"Every single person who was at the first genesis meeting ended up working on the campaign," Reed said.

Reed was recruited as chief technology officer, an offer that surprised him despite his experience.

"Threadless was amazing … but it was a T-shirt company," he said. "What would happen if we screw up the T-shirt company? Christmas is sad. That's literally the worst thing that could happen in a retail organization — you ruin a holiday, you ruin a birthday. And this is terrible; you don't want to do this. But it's nothing like causing or stopping Supreme Court justices that are going to make our country better from being elected. There's a huge difference here."

The nucleus of tech talent that Reed brought to the campaign recruited talent from around the country, mostly through existing networks — "Everyone was no more than two degrees from Harper," Salmon said. The engineers worked with two other teams, one consisting of data scientists and the other made up of digital staffers minding the campaign's websites and social media efforts.

As the team started building the technology to help the campaign's efforts on the ground, it developed a culture that mixed a startup ethos with the constraints of a sophisticated political operation. Some of the entrepreneurial vibe was aesthetic; Kunesh joked that "we're the guys with the beards and you'd see the interns showing up in their seersucker suits."

Other practices were deliberately lifted from the software developer's playbook. Derek Brooks, an engineer who temporarily relocated to Chicago from Des Moines, Iowa, said the group held "stand-ups" every morning. In the software world, these are short meetings where team members share what they accomplished the day before, what they're planning for the day ahead and what their challenges are.

"Just the rate we had to scale and the scale we had to go to was nuts," said Brooks, who met Reed at Cornell College in Mount Vernon, Iowa, where the campaign chief technology officer was his dormitory resident assistant. "We did everything in an agile fashion."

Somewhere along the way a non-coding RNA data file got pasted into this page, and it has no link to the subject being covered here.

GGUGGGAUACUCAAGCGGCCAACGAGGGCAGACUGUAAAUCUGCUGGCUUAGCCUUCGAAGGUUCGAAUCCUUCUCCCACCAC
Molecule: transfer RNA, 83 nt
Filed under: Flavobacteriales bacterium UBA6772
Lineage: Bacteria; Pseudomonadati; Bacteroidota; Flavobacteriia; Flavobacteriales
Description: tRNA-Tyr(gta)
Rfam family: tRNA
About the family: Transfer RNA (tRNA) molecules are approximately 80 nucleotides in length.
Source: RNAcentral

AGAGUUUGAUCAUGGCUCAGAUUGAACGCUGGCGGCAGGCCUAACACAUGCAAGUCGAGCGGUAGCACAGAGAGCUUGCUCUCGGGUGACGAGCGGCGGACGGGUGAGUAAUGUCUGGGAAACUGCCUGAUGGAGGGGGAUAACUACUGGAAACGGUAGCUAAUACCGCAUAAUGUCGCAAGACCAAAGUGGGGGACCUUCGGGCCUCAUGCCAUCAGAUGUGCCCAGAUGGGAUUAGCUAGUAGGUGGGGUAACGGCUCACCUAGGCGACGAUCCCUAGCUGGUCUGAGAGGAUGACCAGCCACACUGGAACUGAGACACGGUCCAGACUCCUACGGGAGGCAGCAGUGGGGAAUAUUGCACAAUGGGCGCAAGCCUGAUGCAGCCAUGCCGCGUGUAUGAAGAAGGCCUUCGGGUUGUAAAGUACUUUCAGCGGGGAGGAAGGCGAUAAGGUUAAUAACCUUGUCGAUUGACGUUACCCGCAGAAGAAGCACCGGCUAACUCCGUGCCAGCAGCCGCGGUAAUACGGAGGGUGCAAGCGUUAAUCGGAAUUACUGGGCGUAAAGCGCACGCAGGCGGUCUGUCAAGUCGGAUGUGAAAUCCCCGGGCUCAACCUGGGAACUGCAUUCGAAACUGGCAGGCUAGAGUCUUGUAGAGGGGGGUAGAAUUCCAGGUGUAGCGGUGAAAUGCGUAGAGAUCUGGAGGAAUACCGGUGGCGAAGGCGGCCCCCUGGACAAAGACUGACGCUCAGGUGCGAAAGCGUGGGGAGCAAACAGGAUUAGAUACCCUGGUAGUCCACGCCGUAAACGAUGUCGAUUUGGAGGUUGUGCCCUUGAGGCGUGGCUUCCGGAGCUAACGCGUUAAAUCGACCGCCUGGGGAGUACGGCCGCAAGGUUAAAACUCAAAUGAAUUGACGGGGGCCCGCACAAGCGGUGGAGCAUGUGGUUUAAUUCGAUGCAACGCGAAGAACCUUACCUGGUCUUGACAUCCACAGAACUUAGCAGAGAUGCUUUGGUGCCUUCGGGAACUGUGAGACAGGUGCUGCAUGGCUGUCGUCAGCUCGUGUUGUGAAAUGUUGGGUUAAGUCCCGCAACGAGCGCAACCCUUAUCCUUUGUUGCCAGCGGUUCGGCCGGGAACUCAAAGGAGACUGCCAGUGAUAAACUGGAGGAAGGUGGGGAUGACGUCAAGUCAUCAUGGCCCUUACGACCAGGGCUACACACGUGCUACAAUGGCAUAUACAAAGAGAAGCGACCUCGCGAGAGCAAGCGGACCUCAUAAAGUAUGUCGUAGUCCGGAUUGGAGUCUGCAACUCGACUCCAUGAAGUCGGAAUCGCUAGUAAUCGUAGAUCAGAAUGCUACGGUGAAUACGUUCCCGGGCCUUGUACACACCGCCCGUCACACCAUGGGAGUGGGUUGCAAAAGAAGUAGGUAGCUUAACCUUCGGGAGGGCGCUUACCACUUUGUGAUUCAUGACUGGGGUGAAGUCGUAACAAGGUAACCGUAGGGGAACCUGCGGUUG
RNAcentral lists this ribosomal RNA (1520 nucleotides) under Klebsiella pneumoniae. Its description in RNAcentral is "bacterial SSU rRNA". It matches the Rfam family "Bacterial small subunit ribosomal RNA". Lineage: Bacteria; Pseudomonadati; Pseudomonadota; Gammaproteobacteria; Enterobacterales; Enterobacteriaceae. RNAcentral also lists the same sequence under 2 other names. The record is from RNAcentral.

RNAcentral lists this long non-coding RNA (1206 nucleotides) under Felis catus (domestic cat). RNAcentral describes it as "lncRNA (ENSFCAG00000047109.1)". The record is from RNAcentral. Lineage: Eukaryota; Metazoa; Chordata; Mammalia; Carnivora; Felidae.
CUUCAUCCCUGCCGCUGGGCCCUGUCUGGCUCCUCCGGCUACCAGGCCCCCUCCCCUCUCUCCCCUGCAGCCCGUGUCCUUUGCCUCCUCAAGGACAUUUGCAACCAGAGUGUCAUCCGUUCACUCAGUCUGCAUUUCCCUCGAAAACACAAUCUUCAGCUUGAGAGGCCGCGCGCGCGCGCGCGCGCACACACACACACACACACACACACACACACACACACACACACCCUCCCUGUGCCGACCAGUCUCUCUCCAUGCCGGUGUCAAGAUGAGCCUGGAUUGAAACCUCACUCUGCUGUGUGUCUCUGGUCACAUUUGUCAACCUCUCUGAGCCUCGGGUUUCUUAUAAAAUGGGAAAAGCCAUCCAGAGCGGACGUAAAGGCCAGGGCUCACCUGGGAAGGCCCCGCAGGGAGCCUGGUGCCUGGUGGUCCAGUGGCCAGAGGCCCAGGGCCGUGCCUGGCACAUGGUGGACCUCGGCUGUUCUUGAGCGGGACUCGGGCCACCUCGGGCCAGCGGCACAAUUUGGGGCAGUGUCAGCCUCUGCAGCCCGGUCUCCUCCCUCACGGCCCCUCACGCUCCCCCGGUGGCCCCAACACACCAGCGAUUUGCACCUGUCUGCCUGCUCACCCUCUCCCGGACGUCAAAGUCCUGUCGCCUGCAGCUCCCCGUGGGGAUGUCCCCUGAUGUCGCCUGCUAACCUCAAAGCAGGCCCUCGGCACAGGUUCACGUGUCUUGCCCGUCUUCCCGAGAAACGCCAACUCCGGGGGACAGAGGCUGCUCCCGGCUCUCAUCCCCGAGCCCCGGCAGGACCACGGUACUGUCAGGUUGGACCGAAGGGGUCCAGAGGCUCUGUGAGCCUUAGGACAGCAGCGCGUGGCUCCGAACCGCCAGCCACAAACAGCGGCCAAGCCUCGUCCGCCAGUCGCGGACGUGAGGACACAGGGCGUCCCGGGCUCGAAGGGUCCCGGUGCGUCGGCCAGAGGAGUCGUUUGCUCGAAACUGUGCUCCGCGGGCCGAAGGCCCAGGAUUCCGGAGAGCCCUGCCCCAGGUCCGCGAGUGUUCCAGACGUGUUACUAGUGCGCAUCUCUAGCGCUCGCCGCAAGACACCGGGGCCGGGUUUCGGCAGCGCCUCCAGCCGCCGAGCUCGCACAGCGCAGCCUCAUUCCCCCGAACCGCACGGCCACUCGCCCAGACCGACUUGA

The areas that VanDenPlas and Kunesh oversaw — DevOps, user experience — are relatively commonplace at tech companies but were new to a political campaign.

Kunesh, for example, was responsible for ensuring that "anything that deals with computers looks good and works well for ordinary people." One challenge he faced was making sure that Dashboard, an online field office tool that allowed volunteers to call voters from anywhere, would work just as well for a smartphone-toting 25-year-old as for a less-tech-savvy retiree. The application also had to work elegantly on desktop computers and mobile devices. Kunesh visited field offices and ran focus groups; he also persuaded more than two dozen usability experts nationwide to give feedback on the tech team's products on a voluntary basis.

In the end, "a lot of the stuff we did for mobile for younger folks was also helpful for older folks because it did some of the same types of things — like we're going to make big buttons and simple, direct calls to action," Kunesh said.

Obsessive stress testing and developing extensive backup systems was also a crucial part of the group's work. VanDenPlas said the team experienced just 30 minutes of total unplanned outages, an amount he called "a phenomenally low amount of downtime." When superstorm Sandy was hurtling toward an Amazon data center in northern Virginia that the campaign was relying on, the engineers were able to replicate every crucial application to a West Coast facility within 24 hours.